cooperated in the arrest of Viola King. She has been charged with
felony custodial interference after she left Whatcom County, Washington,
on the train with her two and half year old daughter. According
to the Glasgow Police Department, King boarded the train with her
daughter after losing a custody battle with her ex-husband.
King was arrested without incident and taken off the train with
her daughter. She was then transported to the Valley County Law
Enforcement Center in Glasgow where she is currently being detained.
She is expected to be arraigned today in Justice Court and then
be extradited back to Washington.
The two and half year old daughter is currently being held in a
foster home in Glasgow and is awaiting the arrival of her father
Filing Season Opens(Posted Tuesday, January 27,
2004 10:01 AM)
Monday marked the first day of filing for political
offices in Montana and also in Valley County.
There were two filings for the position of Valley County Clerk
of Court. Pat Hill who is the incumbent announced she will be retiring
at the end of this year. Leah Erickson and Maridene Johnson both
filed yesterday on the Democratic ticket.
The incumbent Valley County Commissioner, Dave Reinhardt, also
filed yesterday for another 6-year term on the commission. Reinhardt,
a Republican, was the lone person to file for the position on the
first day of filing.
The filing period runs through the month of March.
Kids Invited To Fish Home
Run Pond On February 7 (Posted Tuesday, January 27, 2004 07:24
Young anglers and their parents are invited to the first ice-fishing
event at Glasgow’s Home Run Pond, scheduled for Saturday,
Feb. 7 on the pond just east of Glasgow.
The session, co-hosted
by Montana Department of Fish, Wildlife & Parks and the Glasgow
chapter of Walleyes Unlimited, will run from 11 a.m. to 2 p.m.
Lunch and hot drinks will be provided by Walleyes Unlimited.
All youngsters under age 18 are welcome to fish, and parents are
encouraged to come help the junior anglers. The requirement for
participants to have fishing licenses has been waived because of
the educational nature of the Feb. 7 event.
Participants can bring
their own fishing gear, or use tackle and bait provided by Fish,
Wildlife & Parks. Walleyes Unlimited and FWP volunteers will
drill holes in the ice and heated ice shelters will be available
if the weather is inclement.
The Feb. 7 event is the first ice-fishing opportunity on Home Run
Pond, which was opened to youth fishing in May 2003. Because of
safety concerns, the pond located on the Fort Peck Highway (Highway
42) is closed to winter fishing except for organized events such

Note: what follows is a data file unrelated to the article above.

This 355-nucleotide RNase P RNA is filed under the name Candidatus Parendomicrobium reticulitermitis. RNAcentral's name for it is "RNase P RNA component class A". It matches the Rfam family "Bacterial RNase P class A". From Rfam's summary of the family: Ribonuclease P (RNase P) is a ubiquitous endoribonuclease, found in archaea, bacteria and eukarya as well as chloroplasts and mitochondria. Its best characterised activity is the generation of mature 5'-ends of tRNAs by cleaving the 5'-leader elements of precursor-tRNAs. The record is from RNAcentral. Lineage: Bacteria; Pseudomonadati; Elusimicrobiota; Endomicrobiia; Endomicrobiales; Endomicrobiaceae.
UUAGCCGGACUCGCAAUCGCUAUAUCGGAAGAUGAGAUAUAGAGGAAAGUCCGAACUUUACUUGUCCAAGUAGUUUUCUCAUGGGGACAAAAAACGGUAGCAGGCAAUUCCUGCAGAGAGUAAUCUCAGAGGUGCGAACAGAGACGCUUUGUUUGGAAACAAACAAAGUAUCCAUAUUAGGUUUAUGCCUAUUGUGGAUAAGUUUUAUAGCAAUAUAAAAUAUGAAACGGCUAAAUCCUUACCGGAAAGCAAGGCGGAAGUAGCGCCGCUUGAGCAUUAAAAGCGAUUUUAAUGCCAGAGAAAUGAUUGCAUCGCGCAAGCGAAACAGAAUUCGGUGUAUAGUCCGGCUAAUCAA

as the one next month.
Because this is our first winter for the pond we don't know how
the fish are faring,” says Andrew McKean, FWP’s angler
education coordinator in Glasgow. “But the pond was stocked
with rainbow trout in the late fall, and I expect kids to catch
perch and crappie, too. Thanks to Walleyes Unlimited volunteers,
there should be plenty of warm food, and plenty of help for kids.”
Walleyes Unlimited decided to move their annual ice-fishing outing
from Flat Lake to Home Run Pond because of the expectation of higher
We’re pleased to be co-hosting with Fish, Wildlife & Parks,” says
Lee Erickson, of the Glasgow chapter of WU. “This fits our
mission to promote fishing among kids and to partner with the department
to promote conservation opportunities.”
Man Escapes Drug Charges (Posted Monday, January 26, 2004 11:11
Criminal drug charges have been dismissed against
Leighton Hughes by the Valley County Attorney.
District Court Judge John McKeon signed the dismissal order on
January 13th effectively dropping all charges against Hughes.
Leighton Hughes had been arrested on July 25th and was charged
with the felony offense of operating an unlawful clandestine laboratory.
But on December 29th, Judge McKeon granted a motion by Hughes's
attorney to suppress the statement made by Hughes on July 25th.
On that date Hughes told law enforcement officials that the drug
laboratory was his and he had used the lab to produce illegal drugs.
Judge McKeon ruled that the statement by Hughes was coerced by
law enforcement officials and ruled that his admission to guilt
could not be used in court.
Valley County Attorney Ken Oster then filed a motion for dismissal
of the case.
Oster wrote that without the statement there is insufficient
evidence to convince a jury beyond a reasonable doubt there Hughes
committed the crime he was charged with.
Census Bureau Projects Population Loss Through
2020 (Posted Monday, January 26, 2004 09:53 AM)